Tips for Growing a High-Yielding Winter Wheat Crop This Fall

Aug 07, 2014

By Ken Gross

Interest in winter wheat is high this summer as excessive moisture in many areas of the Prairies has producers thinking through their options for drying out fields. Winter wheat, one of the Prairies highest returning crops, can make use of the moisture if seeded this fall. Producers thinking of seeding winter wheat should understand that some of their most critical agronomic decisions are those that will enhance winter survival and ensure that the crop gets off to a competitive start. Here are some tips that will help produce your best winter wheat crop ever:

Stubble type – winter wheat is normally direct seeded into spring crop stubble that is capable of trapping snow to insulate the plants during the winter. Usually this means canola but many acres will be seeded into chemfallow stubble this year. Check out “Seeding Winter Wheat Into Chemfallow” on our website and pay close attention to the section on stubble disturbance and weed control.

Variety selection – partners in the Western Wheat Initiative have invested heavily in variety development with great results. Many new varieties have become available that have improved quality, disease resistance, and yield. Flourish and Gateway are potential replacements for Falcon as they are short varieties with “select” quality and are good choices for irrigation. Moats is set to replace Buteo and Radiant in many areas due to its improved yield, disease resistance, and uniformity. The variety selection document on our website will help you to choose the best variety for your area.

Seeding date – healthy, vigorous plants must be established before winter in order to achieve maximum cold tolerance. A plant that has three leaves and is starting to develop its first tiller would be ideal. Research has demonstrated that seeding during the period from August 25 to September 10 consistently produces the best crops in terms of both yield and quality. It is always better to seed early rather than late, as late seeding often results in reduced winter hardiness.

Seed treatment – research is starting to show that winter wheat can benefit from using a seed treatment. This year’s moist soils are more likely to carry soil-borne diseases, so the use of a seed treatment is cheap insurance to ensure the establishment of a healthy, vigorous crop.

Seeding rate – most producers seed winter wheat at 2 bushels per acre; however, recent research shows the benefit of using a simple calculation to target the desired plant population (see below). In particular, we are starting to see the value of targeting high plant populations. Higher plant populations will not only improve yields but increase crop uniformity so that fungicide applications are more effective. Also, it is important to understand that using the same bushel rate for a small seed like Falcon will result in lower plant populations if used with a larger seed like Flourish. Producers should target a plant population of approximately 30 plants/ft².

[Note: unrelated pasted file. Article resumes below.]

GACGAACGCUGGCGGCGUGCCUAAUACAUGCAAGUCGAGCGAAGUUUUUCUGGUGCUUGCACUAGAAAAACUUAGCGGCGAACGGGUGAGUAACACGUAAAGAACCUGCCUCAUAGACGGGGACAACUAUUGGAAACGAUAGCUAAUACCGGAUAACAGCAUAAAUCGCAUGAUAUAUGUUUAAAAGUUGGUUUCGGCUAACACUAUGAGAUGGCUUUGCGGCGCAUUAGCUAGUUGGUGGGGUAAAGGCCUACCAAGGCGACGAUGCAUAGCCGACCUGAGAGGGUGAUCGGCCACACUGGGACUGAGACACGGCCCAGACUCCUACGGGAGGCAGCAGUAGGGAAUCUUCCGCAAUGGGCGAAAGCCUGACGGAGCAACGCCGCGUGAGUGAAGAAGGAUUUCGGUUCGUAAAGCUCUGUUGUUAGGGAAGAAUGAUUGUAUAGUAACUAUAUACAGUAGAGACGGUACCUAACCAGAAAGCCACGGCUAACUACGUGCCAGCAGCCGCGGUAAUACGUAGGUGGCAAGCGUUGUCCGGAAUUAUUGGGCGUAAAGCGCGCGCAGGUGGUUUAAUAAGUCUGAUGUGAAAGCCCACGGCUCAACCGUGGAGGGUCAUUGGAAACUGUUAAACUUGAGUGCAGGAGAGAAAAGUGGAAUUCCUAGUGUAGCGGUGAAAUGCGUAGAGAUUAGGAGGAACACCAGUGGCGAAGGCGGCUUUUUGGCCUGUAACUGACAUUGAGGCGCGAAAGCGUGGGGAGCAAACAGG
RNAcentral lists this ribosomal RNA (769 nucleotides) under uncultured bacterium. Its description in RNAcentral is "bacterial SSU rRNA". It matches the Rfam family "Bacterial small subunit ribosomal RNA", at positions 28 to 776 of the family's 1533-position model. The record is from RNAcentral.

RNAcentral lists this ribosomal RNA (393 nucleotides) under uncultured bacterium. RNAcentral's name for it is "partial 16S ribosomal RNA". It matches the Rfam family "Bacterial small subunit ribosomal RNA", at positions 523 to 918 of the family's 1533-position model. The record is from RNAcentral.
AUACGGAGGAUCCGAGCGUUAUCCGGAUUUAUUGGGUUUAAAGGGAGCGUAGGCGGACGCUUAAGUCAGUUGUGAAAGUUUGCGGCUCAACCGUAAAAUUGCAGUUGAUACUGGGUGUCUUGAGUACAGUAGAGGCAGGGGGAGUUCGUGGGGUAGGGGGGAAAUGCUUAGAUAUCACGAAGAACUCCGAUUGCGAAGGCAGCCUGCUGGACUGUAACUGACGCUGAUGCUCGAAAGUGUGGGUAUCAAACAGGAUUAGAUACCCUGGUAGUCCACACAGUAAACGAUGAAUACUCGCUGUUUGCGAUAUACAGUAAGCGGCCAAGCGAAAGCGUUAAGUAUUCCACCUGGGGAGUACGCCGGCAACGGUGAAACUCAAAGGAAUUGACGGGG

Seeding rate (lb/ac) = desired plant population/ft² x 1,000 kernel wt. (g) ÷ seedling survival rate (0.80) ÷ 10

Seeding depth and SPEED – most producers know that winter wheat must be seeded shallow (.5 to 1”) to allow the plant to emerge quickly and vigorously. However, I often see variable seeding depths in the field as many producers seed too quickly. Just like canola, winter wheat performs better if seeded at speeds closer to 4 mph than 6 mph.

Fertility Management – the excessive moisture conditions experienced across the Prairies this year will likely have resulted in significant leaching and denitrification losses of soil nitrogen.  There may also be some mineralization on chemfallow acres so it is important to soil test prior to seeding. This is the only method of accurately assessing the nitrogen requirements of the crop.Winter wheat has the potential to out-yield spring counterparts by 15 to 40 per cent. To achieve the higher yield potential, winter wheat requires higher rates of fertilizer, particularly nitrogen. Always add phosphate at seeding to ensure strong root and crown development. This will improve the plant’s ability to survive the winter and re-grow vigorously in the spring.